Green is associated with spring-the time of renewal, refreshment, and vital energy. In traditional Chinese Medicine, green is related to the liver, emotional stability, and creativity.
Speaking of Spring, it’s just about here! It’s the perfect time to detox your body by adding more greens into your diet. Many people hate eating vegetables and refuse to even eat them. That is not my readers. Thankfully I don’t have to talk any of you into eating your vegetables because you already know the benefits and how important they are to your health. But just to remind you once more the value of eating greens, here is a list to keep you on track with your vegetables:
- Blood Purification
- Cancer Prevention
- Improved Circulation
- Strengthened Immune System
- Promotion of healthy intestinal flora
- Improved liver, gall bladder, and kidney function
- cleared congestion, especially in lungs, by reducing mucus
What I love about greens the most is that they are a high-alkaline food. If you live in an area with high pollution, you’ll benefit greatly from eating greens. The alkaline minerals in our bodies are used to neutralize acidic conditions caused by the environment. Green veggies replenish those minerals and filter out pollutants.
What vitamins are typically found in greens?
Nutritionally, greens are high in calcium, magnesium, iron, potassium, and vitamins A, C, and K. Greens are loaded with fiber, folic acid, chlorophyll, and many other micronutrients and phytochemicals. Many people take pills (vitamins) in order to get these nutrients in their body. The body will never assimilate a pill the same as it does the natural foods you are eating. Try eating the actual food before resorting to vitamins.
Organic or non-organic?
Although choosing organic is recommended, eating non-organic greens is still preferable to not eating any greens at all. The reason I opt for organic is because the amount of pesticides on conventional produce is ridiculous. These pesticides affect the endocrine system which affect the thyroid, adrenal glands, pituitary and pancreas. All of these glands secrete hormones. You know what happens when those are off balance right? If not, just ask the people around you. They’ll likely let you know that they know exactly when your hormones are out of balance.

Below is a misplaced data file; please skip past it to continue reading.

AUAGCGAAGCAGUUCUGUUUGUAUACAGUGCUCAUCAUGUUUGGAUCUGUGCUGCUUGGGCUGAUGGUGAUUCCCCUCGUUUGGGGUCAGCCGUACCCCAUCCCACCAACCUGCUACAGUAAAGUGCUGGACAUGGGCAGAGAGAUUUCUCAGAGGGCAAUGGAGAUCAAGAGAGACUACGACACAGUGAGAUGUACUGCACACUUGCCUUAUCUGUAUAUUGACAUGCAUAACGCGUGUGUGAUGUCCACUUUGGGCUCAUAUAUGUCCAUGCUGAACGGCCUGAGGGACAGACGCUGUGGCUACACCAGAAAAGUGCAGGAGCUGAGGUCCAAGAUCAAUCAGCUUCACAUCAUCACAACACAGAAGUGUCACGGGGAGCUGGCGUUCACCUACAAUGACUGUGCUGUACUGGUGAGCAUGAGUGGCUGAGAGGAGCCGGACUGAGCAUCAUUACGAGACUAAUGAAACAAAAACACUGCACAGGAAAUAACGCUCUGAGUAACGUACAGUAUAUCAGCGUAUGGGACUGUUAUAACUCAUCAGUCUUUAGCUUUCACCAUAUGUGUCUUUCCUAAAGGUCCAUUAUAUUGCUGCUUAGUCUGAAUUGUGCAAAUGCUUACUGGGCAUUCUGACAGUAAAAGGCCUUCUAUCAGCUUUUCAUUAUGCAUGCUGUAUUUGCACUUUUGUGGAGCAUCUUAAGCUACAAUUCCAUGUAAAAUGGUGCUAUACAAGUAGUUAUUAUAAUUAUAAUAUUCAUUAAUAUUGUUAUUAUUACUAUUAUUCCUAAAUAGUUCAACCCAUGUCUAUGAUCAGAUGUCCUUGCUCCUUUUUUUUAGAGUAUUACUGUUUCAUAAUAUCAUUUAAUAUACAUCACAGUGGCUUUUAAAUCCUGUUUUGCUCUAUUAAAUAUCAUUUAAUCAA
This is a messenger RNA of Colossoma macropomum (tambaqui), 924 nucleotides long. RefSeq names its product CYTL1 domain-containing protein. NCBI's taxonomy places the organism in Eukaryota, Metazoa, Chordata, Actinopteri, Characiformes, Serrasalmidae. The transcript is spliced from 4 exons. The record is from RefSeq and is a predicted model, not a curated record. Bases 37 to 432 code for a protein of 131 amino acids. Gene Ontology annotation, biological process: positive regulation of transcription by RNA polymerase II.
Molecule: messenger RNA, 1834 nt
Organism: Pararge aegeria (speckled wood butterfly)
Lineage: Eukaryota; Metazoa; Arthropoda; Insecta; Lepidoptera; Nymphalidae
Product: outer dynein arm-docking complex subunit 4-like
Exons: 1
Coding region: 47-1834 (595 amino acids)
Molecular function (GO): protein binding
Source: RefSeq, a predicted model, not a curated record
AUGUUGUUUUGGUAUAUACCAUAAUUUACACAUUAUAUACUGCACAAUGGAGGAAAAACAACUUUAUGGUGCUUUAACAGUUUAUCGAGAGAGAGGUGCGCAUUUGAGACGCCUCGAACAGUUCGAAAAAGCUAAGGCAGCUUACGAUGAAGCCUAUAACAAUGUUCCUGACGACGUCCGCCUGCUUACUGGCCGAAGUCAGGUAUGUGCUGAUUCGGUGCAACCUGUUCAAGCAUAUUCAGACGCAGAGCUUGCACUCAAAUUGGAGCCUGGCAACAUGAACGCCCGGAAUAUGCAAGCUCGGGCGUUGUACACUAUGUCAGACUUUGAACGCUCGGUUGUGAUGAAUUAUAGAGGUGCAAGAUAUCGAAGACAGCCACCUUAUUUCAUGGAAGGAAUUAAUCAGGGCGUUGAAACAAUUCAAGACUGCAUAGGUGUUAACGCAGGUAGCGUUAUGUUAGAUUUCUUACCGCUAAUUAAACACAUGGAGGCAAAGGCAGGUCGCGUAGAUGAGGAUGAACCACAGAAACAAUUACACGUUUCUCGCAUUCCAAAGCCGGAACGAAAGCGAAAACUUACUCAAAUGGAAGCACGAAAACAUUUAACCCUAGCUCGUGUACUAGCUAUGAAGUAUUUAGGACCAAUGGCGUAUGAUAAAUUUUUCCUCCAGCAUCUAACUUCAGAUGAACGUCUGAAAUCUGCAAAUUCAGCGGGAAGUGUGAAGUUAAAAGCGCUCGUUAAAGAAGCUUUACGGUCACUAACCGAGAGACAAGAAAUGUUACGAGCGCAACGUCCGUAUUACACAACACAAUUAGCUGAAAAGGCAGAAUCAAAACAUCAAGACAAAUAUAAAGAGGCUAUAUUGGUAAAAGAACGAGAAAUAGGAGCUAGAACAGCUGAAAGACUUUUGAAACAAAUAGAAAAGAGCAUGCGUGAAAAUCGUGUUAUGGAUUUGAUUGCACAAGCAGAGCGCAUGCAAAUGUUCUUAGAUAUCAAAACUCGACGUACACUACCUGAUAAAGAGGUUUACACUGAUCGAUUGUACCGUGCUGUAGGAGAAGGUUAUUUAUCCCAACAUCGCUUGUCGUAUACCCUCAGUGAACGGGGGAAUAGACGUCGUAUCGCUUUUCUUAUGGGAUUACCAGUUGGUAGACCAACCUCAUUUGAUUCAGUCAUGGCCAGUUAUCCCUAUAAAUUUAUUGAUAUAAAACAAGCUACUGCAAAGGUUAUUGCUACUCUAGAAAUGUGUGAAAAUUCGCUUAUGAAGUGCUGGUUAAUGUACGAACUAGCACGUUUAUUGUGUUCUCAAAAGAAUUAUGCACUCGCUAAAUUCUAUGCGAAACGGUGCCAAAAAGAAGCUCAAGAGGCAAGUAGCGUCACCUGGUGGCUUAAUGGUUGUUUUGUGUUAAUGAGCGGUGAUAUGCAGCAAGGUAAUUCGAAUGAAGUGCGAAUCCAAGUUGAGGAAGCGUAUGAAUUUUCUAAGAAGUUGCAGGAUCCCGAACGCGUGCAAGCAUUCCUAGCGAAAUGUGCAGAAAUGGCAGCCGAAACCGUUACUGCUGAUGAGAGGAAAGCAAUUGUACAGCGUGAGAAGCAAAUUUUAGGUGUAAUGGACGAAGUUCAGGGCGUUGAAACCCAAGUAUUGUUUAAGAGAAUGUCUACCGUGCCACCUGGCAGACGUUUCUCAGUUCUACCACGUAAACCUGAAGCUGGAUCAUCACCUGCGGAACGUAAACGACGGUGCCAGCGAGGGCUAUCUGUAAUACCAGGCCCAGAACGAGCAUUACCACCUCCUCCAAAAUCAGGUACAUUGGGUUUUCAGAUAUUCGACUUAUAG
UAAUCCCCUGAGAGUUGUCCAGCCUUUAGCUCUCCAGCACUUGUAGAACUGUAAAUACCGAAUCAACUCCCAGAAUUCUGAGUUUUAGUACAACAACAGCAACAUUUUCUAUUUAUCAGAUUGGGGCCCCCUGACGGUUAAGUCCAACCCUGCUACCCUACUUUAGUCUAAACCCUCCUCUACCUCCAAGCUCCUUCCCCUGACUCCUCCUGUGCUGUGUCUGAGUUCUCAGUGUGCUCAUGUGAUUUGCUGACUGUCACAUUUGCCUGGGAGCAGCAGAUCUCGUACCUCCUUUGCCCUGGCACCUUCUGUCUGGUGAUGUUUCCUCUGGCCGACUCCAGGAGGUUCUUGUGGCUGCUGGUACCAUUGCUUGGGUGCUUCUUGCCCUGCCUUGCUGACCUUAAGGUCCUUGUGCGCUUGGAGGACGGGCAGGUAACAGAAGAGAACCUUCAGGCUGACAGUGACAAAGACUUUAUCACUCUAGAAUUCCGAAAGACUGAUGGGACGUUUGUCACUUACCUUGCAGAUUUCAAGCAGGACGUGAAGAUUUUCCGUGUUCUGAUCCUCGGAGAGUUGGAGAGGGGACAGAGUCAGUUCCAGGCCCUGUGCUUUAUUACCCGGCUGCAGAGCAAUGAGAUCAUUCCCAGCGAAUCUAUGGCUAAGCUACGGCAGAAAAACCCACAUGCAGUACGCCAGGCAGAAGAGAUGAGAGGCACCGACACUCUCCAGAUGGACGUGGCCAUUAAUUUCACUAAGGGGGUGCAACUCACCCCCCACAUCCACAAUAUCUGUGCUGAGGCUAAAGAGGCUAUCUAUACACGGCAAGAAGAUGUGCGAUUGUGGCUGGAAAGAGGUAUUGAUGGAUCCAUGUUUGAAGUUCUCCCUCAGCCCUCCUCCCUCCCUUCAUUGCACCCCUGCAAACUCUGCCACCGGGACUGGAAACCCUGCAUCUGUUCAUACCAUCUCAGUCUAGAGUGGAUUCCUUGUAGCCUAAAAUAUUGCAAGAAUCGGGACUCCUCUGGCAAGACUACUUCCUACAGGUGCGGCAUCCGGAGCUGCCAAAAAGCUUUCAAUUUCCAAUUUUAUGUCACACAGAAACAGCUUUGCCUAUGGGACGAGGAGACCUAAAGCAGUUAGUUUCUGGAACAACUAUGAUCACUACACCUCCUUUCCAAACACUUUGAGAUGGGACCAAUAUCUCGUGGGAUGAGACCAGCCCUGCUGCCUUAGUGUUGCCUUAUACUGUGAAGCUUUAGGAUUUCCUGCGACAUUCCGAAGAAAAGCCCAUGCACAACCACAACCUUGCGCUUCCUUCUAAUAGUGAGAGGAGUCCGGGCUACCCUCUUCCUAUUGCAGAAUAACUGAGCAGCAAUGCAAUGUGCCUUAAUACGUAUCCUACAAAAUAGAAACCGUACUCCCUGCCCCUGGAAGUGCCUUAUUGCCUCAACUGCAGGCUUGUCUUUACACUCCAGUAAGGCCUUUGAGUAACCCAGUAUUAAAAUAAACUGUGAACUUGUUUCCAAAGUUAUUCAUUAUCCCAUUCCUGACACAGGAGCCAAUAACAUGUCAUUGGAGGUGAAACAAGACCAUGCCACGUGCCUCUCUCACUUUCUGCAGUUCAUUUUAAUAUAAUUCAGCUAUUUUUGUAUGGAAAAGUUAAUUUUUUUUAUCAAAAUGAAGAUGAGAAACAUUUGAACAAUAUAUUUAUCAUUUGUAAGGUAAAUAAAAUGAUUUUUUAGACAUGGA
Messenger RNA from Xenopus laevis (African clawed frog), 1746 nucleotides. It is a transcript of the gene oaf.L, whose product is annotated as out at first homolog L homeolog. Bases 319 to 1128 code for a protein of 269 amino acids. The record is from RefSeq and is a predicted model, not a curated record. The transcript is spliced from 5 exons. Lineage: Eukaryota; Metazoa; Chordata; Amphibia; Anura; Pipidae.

What about sweet vegetables?
I love sweet vegetables. Although they rank high on the glycemic scale, they can be really helpful for those people whose sugar cravings are taking over. Rather than depending on processed sugar, eating more sweet vegetables such as beets, carrots, corn, onions, sweet potatoes, winter squash and yams can really help curb those cravings.
Sweet vegetables soothe the internal organs of the body and energize the mind. And, because many of these vegetables are root vegetables, they are energetically grounding, which helps to balance out the “Spaciness” people often feel after eating other kinds of sweet foods. Adding in sweet vegetables help to crowd out less healthy foods in the diet.
Some Semi-Sweet Vegetables include:
Other vegetables don’t taste sweet but have a similar effect on the body in that they maintain blood sugar levels, reduce sweet cravings, and break down animal foods in the body
- Green Cabbage
- Red Radishes
I’ve given you some great advice on green vegetables and sweet vegetables. Let me leave you with a couple of simple recipes for you to try out:
Of course steaming, roasting and stir-frying are all methods of cooking that you can play around with. Today we’ll focus on a nice simmer!
Choose one, two or as many as five of the sweet vegetables mentioned above. Chop the hard vegetables, like carrots and beets into small pieces. Cut the softer vegetables like onions and cabbage, into large chunks. Add enough water to a medium-sized pot to barely cover the vegetables. You may wan to check the water level while cooing and add more water if needed. Remember, vegetables on the bottom will get cooked more than the ones on the top. Cook until desired softness. The softer the vegetables, the sweeter they become.
Add any of the following ingredients: Spices, salt and or seaweed. Add tofu or beans for extra protein.
When the vegetables are cooked to your satisfaction, empty the ingredients into a large bowl, flavor as desired, and eat. The leftover cooking water makes a delicious, sweet sauce and is a healing, soothing tonic to drink by itself.
What are some ways you’re getting in your daily 3 serving of vegetables? I’d love to know!
♥ Health Coach Heather